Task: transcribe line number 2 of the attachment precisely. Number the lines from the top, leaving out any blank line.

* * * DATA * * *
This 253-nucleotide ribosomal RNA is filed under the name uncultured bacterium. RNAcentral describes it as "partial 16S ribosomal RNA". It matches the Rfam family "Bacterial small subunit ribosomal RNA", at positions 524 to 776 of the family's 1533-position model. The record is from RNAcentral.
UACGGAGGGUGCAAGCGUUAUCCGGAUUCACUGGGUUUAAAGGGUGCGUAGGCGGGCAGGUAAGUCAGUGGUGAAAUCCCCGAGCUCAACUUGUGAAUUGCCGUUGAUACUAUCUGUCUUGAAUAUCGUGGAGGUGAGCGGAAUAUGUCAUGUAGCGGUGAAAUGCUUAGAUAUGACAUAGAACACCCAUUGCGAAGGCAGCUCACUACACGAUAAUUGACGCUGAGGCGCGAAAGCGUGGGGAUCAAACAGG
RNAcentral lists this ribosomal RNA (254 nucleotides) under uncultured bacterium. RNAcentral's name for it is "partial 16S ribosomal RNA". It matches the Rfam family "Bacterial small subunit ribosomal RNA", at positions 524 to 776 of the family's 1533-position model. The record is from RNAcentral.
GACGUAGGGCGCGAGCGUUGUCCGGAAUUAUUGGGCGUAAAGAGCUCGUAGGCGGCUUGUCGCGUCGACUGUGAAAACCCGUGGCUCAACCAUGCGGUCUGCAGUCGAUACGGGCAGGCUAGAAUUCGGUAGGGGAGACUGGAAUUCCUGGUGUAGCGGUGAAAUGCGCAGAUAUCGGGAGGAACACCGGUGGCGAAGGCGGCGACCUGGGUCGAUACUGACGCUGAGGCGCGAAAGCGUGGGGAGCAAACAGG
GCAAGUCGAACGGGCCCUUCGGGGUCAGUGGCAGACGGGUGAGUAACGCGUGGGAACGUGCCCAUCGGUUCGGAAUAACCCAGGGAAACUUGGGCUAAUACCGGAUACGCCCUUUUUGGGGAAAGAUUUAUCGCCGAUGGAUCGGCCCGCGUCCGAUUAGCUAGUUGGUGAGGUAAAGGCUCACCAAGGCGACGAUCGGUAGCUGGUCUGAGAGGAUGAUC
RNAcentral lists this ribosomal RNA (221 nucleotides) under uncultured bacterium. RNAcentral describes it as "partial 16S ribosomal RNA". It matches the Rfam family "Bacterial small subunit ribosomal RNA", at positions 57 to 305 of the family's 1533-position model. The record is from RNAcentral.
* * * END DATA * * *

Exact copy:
UACGGAGGGUGCAAGCGUUAUCCGGAUUCACUGGGUUUAAAGGGUGCGUAGGCGGGCAGGUAAGUCAGUGGUGAAAUCCCCGAGCUCAACUUGUGAAUUGCCGUUGAUACUAUCUGUCUUGAAUAUCGUGGAGGUGAGCGGAAUAUGUCAUGUAGCGGUGAAAUGCUUAGAUAUGACAUAGAACACCCAUUGCGAAGGCAGCUCACUACACGAUAAUUGACGCUGAGGCGCGAAAGCGUGGGGAUCAAACAGG